{ evolution }

 

Croatian hotels have undergone a fascinating evolution over the years, reflecting not only the shifting landscape of tourism but also the socio-political dynamics that have marked the nation’s history. From the communal vibrancy of the Yugoslav era to the adaptive role of hotels during times of conflict, and finally to the contemporary emphasis on individualism, these venues have borne witness to a broader societal shift. As we navigate the present and future of hospitality, it is crucial to appreciate the nuanced history that has shaped the very environments we engage with.
In earlier times, common spaces played a pivotal role as vital meeting points, fostering cultural exchange and social cohesion. The contemporary trend leans towards private and personalized experiences, with common areas taking a backseat to larger, more secluded rooms. There is a discernible decline in distinctive and integrated art within these spaces, reflecting a departure from the aim of synthesizing art and design. The concessioning of formerly open beaches, where the presence of rented sundecks creates an unwelcoming atmosphere for the public, further emphasizes the evolving seclusion in the modern hospitality landscape. Furniture and equipment, once designed and produced domestically to reflect a self-sustaining industrial prowess, are now predominantly imported. This results in a homogenized aesthetic characterized by neutral tones, particularly an overwhelming prevalence of beige.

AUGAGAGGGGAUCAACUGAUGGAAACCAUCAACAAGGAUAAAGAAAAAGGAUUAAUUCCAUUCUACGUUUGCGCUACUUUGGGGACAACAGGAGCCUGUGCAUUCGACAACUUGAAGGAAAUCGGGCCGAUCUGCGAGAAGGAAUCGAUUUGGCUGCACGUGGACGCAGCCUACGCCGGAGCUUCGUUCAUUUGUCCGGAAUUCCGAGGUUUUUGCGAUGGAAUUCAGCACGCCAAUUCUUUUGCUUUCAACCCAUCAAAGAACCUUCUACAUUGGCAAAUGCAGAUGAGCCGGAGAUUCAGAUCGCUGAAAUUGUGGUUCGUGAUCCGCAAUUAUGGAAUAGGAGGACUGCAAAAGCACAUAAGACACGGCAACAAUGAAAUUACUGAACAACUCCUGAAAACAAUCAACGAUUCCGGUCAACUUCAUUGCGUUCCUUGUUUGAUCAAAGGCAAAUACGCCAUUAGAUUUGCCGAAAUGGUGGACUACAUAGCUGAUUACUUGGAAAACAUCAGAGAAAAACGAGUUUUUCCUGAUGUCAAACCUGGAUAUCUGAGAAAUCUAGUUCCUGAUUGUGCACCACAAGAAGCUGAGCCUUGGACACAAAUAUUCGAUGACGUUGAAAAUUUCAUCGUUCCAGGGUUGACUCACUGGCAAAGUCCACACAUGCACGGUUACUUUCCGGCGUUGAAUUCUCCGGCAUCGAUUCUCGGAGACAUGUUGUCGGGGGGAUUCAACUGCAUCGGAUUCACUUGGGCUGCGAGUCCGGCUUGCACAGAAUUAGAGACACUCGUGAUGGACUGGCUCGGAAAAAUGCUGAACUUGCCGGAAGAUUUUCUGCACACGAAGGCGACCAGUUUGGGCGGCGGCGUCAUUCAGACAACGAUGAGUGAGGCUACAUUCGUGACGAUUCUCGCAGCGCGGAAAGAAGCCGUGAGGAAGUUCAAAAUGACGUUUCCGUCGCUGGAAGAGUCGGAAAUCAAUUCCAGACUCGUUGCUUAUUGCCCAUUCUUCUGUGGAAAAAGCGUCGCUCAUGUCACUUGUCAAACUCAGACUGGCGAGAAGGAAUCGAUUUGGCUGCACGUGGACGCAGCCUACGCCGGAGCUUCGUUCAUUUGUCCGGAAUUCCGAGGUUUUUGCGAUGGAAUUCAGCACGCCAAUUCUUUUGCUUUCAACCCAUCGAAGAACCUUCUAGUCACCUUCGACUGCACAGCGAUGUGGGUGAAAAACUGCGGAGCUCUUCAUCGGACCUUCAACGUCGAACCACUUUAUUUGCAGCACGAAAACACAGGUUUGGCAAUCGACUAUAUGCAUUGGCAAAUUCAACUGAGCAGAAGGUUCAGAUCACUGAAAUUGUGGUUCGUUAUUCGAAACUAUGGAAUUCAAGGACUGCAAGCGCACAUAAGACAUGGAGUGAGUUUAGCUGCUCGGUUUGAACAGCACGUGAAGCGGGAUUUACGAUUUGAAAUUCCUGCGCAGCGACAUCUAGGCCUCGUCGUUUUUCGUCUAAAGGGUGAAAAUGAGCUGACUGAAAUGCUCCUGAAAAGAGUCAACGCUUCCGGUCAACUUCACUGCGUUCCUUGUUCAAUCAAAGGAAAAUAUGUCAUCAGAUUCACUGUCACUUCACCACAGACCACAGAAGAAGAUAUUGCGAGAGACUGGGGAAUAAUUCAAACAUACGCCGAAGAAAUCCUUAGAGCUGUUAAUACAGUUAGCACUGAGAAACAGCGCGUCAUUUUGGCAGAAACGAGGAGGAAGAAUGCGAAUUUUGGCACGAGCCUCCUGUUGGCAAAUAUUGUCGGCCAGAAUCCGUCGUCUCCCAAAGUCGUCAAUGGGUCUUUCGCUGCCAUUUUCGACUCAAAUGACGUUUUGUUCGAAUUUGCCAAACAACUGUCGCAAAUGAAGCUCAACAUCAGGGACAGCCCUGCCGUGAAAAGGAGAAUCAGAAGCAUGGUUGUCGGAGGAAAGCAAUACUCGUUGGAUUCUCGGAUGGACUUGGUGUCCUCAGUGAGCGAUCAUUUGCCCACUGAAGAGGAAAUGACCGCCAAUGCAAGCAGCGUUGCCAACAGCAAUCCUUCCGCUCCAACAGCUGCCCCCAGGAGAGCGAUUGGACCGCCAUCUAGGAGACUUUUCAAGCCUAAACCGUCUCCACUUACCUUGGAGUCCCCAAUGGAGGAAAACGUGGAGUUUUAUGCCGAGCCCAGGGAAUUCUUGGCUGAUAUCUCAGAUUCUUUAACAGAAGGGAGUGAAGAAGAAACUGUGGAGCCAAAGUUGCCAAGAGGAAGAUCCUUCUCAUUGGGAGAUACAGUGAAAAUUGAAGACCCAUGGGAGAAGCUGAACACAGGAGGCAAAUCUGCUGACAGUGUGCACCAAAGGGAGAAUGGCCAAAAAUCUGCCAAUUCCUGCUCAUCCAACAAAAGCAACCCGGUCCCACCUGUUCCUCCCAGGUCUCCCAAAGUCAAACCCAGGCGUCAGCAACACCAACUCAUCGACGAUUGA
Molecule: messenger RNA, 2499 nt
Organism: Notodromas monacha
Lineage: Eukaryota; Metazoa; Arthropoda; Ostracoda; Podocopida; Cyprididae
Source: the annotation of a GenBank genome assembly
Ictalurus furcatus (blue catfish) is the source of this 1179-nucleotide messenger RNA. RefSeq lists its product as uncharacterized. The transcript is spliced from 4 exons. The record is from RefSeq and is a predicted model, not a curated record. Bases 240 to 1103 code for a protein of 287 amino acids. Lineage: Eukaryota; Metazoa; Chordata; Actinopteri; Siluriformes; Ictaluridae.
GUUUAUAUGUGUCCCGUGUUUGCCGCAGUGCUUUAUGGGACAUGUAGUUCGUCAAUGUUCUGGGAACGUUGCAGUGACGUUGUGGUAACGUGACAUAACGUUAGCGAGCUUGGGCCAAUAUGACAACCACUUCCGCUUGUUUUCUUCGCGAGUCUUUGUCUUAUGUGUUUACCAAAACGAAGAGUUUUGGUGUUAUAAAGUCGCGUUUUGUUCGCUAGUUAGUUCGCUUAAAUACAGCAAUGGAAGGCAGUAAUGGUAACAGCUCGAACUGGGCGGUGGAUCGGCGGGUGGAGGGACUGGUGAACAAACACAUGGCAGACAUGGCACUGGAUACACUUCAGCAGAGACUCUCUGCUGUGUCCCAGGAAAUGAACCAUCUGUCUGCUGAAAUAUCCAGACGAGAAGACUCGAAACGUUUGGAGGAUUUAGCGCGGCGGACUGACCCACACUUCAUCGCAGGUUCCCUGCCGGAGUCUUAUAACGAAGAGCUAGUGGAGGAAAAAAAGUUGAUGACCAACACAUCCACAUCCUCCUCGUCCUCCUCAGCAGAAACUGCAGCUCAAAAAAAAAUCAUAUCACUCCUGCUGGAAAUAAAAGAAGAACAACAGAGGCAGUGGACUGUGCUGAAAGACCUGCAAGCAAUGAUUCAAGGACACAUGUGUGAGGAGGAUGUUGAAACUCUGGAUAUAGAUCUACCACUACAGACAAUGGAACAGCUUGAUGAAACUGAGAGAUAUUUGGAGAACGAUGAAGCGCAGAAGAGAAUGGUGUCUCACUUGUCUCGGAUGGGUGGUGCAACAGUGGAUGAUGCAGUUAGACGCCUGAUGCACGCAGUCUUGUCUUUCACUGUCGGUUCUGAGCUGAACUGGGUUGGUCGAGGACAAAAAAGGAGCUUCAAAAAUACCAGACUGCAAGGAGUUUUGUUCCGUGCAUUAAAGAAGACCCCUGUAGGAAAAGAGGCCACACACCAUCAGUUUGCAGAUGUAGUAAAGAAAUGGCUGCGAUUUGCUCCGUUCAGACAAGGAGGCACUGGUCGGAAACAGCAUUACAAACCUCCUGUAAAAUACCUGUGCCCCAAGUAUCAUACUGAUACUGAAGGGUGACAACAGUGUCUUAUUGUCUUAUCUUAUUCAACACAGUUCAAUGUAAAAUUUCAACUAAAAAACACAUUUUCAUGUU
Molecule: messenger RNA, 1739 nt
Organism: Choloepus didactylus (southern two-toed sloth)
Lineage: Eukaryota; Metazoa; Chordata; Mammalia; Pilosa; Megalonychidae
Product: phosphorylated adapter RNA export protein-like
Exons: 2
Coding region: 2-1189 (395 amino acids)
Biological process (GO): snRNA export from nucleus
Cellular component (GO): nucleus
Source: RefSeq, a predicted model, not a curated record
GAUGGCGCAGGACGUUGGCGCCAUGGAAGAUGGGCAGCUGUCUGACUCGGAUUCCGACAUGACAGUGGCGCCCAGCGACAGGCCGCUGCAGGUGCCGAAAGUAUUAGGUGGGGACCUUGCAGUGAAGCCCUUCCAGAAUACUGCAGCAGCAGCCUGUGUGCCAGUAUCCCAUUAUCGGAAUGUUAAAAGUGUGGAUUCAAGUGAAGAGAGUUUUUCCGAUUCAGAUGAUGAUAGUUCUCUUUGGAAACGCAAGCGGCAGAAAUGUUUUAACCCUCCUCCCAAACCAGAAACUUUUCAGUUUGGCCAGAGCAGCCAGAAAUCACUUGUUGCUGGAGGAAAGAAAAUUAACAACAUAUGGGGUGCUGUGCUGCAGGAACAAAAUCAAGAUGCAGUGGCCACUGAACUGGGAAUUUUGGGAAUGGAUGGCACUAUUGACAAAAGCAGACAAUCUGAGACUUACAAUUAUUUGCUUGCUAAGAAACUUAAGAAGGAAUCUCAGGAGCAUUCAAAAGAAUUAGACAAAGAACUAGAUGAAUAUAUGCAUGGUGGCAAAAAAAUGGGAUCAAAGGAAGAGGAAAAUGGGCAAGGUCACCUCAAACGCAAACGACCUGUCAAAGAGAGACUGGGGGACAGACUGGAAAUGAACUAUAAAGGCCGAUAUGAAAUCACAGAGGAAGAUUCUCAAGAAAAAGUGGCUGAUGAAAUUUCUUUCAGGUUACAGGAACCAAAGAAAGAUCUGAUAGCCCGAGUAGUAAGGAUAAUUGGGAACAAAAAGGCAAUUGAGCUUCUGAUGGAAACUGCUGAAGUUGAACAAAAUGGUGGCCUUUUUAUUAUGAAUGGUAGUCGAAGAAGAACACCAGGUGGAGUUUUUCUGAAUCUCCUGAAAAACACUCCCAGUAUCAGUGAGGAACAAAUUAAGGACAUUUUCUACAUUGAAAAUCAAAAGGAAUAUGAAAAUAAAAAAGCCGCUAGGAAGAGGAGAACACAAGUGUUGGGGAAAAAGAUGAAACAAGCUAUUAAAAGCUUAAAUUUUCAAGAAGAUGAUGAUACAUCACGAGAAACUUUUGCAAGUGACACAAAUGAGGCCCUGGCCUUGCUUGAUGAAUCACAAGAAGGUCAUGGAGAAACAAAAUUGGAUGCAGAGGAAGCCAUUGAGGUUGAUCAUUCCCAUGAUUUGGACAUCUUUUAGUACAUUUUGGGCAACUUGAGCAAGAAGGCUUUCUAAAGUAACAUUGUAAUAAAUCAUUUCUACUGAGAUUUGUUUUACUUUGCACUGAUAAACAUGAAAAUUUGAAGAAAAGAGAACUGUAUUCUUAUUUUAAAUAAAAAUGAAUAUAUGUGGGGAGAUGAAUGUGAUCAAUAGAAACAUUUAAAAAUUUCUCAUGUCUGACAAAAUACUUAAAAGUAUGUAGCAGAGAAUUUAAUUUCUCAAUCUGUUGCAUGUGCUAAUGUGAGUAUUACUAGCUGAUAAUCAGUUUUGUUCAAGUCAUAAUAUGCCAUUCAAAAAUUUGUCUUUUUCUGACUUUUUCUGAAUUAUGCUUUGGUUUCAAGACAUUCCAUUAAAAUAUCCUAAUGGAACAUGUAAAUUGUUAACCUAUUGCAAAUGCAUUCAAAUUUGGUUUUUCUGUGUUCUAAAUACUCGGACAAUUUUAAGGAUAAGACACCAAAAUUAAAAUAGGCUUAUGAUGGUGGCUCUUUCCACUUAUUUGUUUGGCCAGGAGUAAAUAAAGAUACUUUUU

This research delves into the transformation of hotels along the Adriatic coast from the 1960s to the present, examining integration of architecture and nature, proportions and designs of common spaces, incorporation of art, and utilization of beaches and outdoor amenities by both locals and tourists. The goal is to explore how societal dynamics and values have continually shaped the evolution of the spaces we inhabit, and use these insights as valuable resources for conceptualizing and promoting initiatives that redefine luxury. By learning from the past, can we offer solutions for a more inclusive future, providing lessons in commoning and offering antidotes to touristification and individualization?

 

Nera Jelaska